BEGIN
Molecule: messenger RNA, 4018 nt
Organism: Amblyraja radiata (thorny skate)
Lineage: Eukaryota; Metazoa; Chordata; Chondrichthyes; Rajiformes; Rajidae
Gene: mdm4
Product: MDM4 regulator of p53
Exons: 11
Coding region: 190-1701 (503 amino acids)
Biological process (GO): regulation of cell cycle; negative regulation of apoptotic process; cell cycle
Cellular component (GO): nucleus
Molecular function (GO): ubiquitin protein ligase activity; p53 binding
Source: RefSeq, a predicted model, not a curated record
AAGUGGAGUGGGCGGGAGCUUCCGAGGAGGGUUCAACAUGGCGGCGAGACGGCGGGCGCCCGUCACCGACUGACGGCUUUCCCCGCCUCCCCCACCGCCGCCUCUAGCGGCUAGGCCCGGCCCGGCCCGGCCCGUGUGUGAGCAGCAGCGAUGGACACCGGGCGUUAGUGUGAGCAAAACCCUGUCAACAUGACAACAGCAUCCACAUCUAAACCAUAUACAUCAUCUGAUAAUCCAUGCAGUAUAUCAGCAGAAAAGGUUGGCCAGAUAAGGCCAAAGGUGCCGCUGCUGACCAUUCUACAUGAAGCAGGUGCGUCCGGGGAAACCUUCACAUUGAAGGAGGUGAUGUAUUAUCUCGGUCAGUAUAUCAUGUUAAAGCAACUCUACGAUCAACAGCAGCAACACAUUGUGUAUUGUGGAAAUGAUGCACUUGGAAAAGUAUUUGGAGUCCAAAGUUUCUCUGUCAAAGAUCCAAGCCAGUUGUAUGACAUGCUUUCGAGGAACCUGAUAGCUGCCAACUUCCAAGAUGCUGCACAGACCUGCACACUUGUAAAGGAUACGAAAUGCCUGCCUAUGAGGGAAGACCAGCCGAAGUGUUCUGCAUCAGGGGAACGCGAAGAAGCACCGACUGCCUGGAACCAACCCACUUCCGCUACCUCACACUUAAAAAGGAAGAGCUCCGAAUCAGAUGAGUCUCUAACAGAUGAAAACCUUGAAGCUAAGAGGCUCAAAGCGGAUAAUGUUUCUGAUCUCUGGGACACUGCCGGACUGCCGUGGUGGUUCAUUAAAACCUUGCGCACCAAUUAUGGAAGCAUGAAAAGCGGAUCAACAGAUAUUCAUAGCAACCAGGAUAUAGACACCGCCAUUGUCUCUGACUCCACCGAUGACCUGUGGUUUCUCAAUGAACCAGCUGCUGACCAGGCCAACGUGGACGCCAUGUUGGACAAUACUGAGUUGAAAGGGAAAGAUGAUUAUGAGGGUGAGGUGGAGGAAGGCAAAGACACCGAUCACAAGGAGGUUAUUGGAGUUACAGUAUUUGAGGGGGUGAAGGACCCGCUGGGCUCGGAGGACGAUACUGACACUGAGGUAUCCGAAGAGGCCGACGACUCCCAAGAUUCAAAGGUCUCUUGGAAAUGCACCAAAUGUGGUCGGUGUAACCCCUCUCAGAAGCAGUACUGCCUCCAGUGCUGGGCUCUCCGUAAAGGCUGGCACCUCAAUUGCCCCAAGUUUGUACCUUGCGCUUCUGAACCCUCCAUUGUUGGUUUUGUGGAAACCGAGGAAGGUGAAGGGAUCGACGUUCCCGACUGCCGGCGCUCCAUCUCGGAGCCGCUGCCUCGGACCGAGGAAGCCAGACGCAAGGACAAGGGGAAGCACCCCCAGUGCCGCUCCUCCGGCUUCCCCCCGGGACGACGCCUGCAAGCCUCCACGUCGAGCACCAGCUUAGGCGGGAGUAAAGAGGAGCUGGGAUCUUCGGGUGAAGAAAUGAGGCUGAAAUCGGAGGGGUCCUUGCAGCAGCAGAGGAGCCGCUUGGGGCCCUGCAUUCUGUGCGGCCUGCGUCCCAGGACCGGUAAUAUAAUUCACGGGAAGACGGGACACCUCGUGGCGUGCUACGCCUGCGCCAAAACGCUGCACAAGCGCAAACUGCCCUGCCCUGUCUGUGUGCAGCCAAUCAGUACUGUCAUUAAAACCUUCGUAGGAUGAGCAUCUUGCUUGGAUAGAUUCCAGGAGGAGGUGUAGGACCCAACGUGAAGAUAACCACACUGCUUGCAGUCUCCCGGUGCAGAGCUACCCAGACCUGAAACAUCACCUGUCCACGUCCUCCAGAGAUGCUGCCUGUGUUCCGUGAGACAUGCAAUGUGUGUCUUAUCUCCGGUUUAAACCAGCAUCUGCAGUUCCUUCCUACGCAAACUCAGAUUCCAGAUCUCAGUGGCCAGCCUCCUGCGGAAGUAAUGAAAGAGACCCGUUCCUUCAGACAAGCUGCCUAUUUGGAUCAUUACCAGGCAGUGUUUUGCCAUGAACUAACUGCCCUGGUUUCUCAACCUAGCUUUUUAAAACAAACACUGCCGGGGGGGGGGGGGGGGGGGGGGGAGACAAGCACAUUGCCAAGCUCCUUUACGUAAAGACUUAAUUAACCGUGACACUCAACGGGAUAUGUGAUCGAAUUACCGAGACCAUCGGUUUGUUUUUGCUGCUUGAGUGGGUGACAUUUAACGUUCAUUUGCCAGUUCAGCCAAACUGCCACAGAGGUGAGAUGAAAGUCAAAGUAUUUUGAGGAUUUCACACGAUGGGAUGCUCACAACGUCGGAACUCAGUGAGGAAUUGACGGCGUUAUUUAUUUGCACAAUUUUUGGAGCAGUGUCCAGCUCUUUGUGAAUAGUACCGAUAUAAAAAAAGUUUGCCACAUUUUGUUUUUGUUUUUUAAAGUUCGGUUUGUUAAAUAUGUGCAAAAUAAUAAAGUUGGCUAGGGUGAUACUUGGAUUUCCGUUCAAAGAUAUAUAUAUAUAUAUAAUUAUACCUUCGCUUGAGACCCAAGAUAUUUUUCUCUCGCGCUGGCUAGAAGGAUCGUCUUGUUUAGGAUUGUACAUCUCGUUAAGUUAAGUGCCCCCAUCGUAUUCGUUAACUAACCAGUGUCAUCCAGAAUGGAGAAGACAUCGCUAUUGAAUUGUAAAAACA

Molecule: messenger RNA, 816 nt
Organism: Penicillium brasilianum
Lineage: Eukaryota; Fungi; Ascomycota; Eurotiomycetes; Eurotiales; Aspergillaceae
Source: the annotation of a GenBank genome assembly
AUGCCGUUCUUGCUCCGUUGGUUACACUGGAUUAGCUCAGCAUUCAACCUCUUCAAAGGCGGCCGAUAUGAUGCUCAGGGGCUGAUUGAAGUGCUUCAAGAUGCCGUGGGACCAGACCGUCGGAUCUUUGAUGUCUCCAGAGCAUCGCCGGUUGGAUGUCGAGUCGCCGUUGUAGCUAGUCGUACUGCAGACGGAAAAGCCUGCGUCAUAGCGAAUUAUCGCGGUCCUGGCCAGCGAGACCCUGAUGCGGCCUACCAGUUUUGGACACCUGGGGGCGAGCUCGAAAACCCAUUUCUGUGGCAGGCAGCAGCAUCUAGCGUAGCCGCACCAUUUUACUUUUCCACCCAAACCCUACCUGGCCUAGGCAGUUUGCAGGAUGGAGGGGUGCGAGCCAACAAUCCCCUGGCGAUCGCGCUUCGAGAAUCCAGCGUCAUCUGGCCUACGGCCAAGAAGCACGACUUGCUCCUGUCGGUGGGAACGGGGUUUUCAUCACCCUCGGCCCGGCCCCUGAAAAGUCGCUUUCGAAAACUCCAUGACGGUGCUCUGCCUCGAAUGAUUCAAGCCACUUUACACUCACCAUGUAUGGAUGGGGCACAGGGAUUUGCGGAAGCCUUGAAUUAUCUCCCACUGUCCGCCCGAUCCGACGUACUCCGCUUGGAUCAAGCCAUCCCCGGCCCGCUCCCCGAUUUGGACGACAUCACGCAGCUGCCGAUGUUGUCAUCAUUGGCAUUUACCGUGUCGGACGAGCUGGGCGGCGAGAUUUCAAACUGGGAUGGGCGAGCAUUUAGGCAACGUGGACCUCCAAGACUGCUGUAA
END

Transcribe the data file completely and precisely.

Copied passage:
Molecule: messenger RNA, 4018 nt
Organism: Amblyraja radiata (thorny skate)
Lineage: Eukaryota; Metazoa; Chordata; Chondrichthyes; Rajiformes; Rajidae
Gene: mdm4
Product: MDM4 regulator of p53
Exons: 11
Coding region: 190-1701 (503 amino acids)
Biological process (GO): regulation of cell cycle; negative regulation of apoptotic process; cell cycle
Cellular component (GO): nucleus
Molecular function (GO): ubiquitin protein ligase activity; p53 binding
Source: RefSeq, a predicted model, not a curated record
AAGUGGAGUGGGCGGGAGCUUCCGAGGAGGGUUCAACAUGGCGGCGAGACGGCGGGCGCCCGUCACCGACUGACGGCUUUCCCCGCCUCCCCCACCGCCGCCUCUAGCGGCUAGGCCCGGCCCGGCCCGGCCCGUGUGUGAGCAGCAGCGAUGGACACCGGGCGUUAGUGUGAGCAAAACCCUGUCAACAUGACAACAGCAUCCACAUCUAAACCAUAUACAUCAUCUGAUAAUCCAUGCAGUAUAUCAGCAGAAAAGGUUGGCCAGAUAAGGCCAAAGGUGCCGCUGCUGACCAUUCUACAUGAAGCAGGUGCGUCCGGGGAAACCUUCACAUUGAAGGAGGUGAUGUAUUAUCUCGGUCAGUAUAUCAUGUUAAAGCAACUCUACGAUCAACAGCAGCAACACAUUGUGUAUUGUGGAAAUGAUGCACUUGGAAAAGUAUUUGGAGUCCAAAGUUUCUCUGUCAAAGAUCCAAGCCAGUUGUAUGACAUGCUUUCGAGGAACCUGAUAGCUGCCAACUUCCAAGAUGCUGCACAGACCUGCACACUUGUAAAGGAUACGAAAUGCCUGCCUAUGAGGGAAGACCAGCCGAAGUGUUCUGCAUCAGGGGAACGCGAAGAAGCACCGACUGCCUGGAACCAACCCACUUCCGCUACCUCACACUUAAAAAGGAAGAGCUCCGAAUCAGAUGAGUCUCUAACAGAUGAAAACCUUGAAGCUAAGAGGCUCAAAGCGGAUAAUGUUUCUGAUCUCUGGGACACUGCCGGACUGCCGUGGUGGUUCAUUAAAACCUUGCGCACCAAUUAUGGAAGCAUGAAAAGCGGAUCAACAGAUAUUCAUAGCAACCAGGAUAUAGACACCGCCAUUGUCUCUGACUCCACCGAUGACCUGUGGUUUCUCAAUGAACCAGCUGCUGACCAGGCCAACGUGGACGCCAUGUUGGACAAUACUGAGUUGAAAGGGAAAGAUGAUUAUGAGGGUGAGGUGGAGGAAGGCAAAGACACCGAUCACAAGGAGGUUAUUGGAGUUACAGUAUUUGAGGGGGUGAAGGACCCGCUGGGCUCGGAGGACGAUACUGACACUGAGGUAUCCGAAGAGGCCGACGACUCCCAAGAUUCAAAGGUCUCUUGGAAAUGCACCAAAUGUGGUCGGUGUAACCCCUCUCAGAAGCAGUACUGCCUCCAGUGCUGGGCUCUCCGUAAAGGCUGGCACCUCAAUUGCCCCAAGUUUGUACCUUGCGCUUCUGAACCCUCCAUUGUUGGUUUUGUGGAAACCGAGGAAGGUGAAGGGAUCGACGUUCCCGACUGCCGGCGCUCCAUCUCGGAGCCGCUGCCUCGGACCGAGGAAGCCAGACGCAAGGACAAGGGGAAGCACCCCCAGUGCCGCUCCUCCGGCUUCCCCCCGGGACGACGCCUGCAAGCCUCCACGUCGAGCACCAGCUUAGGCGGGAGUAAAGAGGAGCUGGGAUCUUCGGGUGAAGAAAUGAGGCUGAAAUCGGAGGGGUCCUUGCAGCAGCAGAGGAGCCGCUUGGGGCCCUGCAUUCUGUGCGGCCUGCGUCCCAGGACCGGUAAUAUAAUUCACGGGAAGACGGGACACCUCGUGGCGUGCUACGCCUGCGCCAAAACGCUGCACAAGCGCAAACUGCCCUGCCCUGUCUGUGUGCAGCCAAUCAGUACUGUCAUUAAAACCUUCGUAGGAUGAGCAUCUUGCUUGGAUAGAUUCCAGGAGGAGGUGUAGGACCCAACGUGAAGAUAACCACACUGCUUGCAGUCUCCCGGUGCAGAGCUACCCAGACCUGAAACAUCACCUGUCCACGUCCUCCAGAGAUGCUGCCUGUGUUCCGUGAGACAUGCAAUGUGUGUCUUAUCUCCGGUUUAAACCAGCAUCUGCAGUUCCUUCCUACGCAAACUCAGAUUCCAGAUCUCAGUGGCCAGCCUCCUGCGGAAGUAAUGAAAGAGACCCGUUCCUUCAGACAAGCUGCCUAUUUGGAUCAUUACCAGGCAGUGUUUUGCCAUGAACUAACUGCCCUGGUUUCUCAACCUAGCUUUUUAAAACAAACACUGCCGGGGGGGGGGGGGGGGGGGGGGGAGACAAGCACAUUGCCAAGCUCCUUUACGUAAAGACUUAAUUAACCGUGACACUCAACGGGAUAUGUGAUCGAAUUACCGAGACCAUCGGUUUGUUUUUGCUGCUUGAGUGGGUGACAUUUAACGUUCAUUUGCCAGUUCAGCCAAACUGCCACAGAGGUGAGAUGAAAGUCAAAGUAUUUUGAGGAUUUCACACGAUGGGAUGCUCACAACGUCGGAACUCAGUGAGGAAUUGACGGCGUUAUUUAUUUGCACAAUUUUUGGAGCAGUGUCCAGCUCUUUGUGAAUAGUACCGAUAUAAAAAAAGUUUGCCACAUUUUGUUUUUGUUUUUUAAAGUUCGGUUUGUUAAAUAUGUGCAAAAUAAUAAAGUUGGCUAGGGUGAUACUUGGAUUUCCGUUCAAAGAUAUAUAUAUAUAUAUAAUUAUACCUUCGCUUGAGACCCAAGAUAUUUUUCUCUCGCGCUGGCUAGAAGGAUCGUCUUGUUUAGGAUUGUACAUCUCGUUAAGUUAAGUGCCCCCAUCGUAUUCGUUAACUAACCAGUGUCAUCCAGAAUGGAGAAGACAUCGCUAUUGAAUUGUAAAAACA

Molecule: messenger RNA, 816 nt
Organism: Penicillium brasilianum
Lineage: Eukaryota; Fungi; Ascomycota; Eurotiomycetes; Eurotiales; Aspergillaceae
Source: the annotation of a GenBank genome assembly
AUGCCGUUCUUGCUCCGUUGGUUACACUGGAUUAGCUCAGCAUUCAACCUCUUCAAAGGCGGCCGAUAUGAUGCUCAGGGGCUGAUUGAAGUGCUUCAAGAUGCCGUGGGACCAGACCGUCGGAUCUUUGAUGUCUCCAGAGCAUCGCCGGUUGGAUGUCGAGUCGCCGUUGUAGCUAGUCGUACUGCAGACGGAAAAGCCUGCGUCAUAGCGAAUUAUCGCGGUCCUGGCCAGCGAGACCCUGAUGCGGCCUACCAGUUUUGGACACCUGGGGGCGAGCUCGAAAACCCAUUUCUGUGGCAGGCAGCAGCAUCUAGCGUAGCCGCACCAUUUUACUUUUCCACCCAAACCCUACCUGGCCUAGGCAGUUUGCAGGAUGGAGGGGUGCGAGCCAACAAUCCCCUGGCGAUCGCGCUUCGAGAAUCCAGCGUCAUCUGGCCUACGGCCAAGAAGCACGACUUGCUCCUGUCGGUGGGAACGGGGUUUUCAUCACCCUCGGCCCGGCCCCUGAAAAGUCGCUUUCGAAAACUCCAUGACGGUGCUCUGCCUCGAAUGAUUCAAGCCACUUUACACUCACCAUGUAUGGAUGGGGCACAGGGAUUUGCGGAAGCCUUGAAUUAUCUCCCACUGUCCGCCCGAUCCGACGUACUCCGCUUGGAUCAAGCCAUCCCCGGCCCGCUCCCCGAUUUGGACGACAUCACGCAGCUGCCGAUGUUGUCAUCAUUGGCAUUUACCGUGUCGGACGAGCUGGGCGGCGAGAUUUCAAACUGGGAUGGGCGAGCAUUUAGGCAACGUGGACCUCCAAGACUGCUGUAA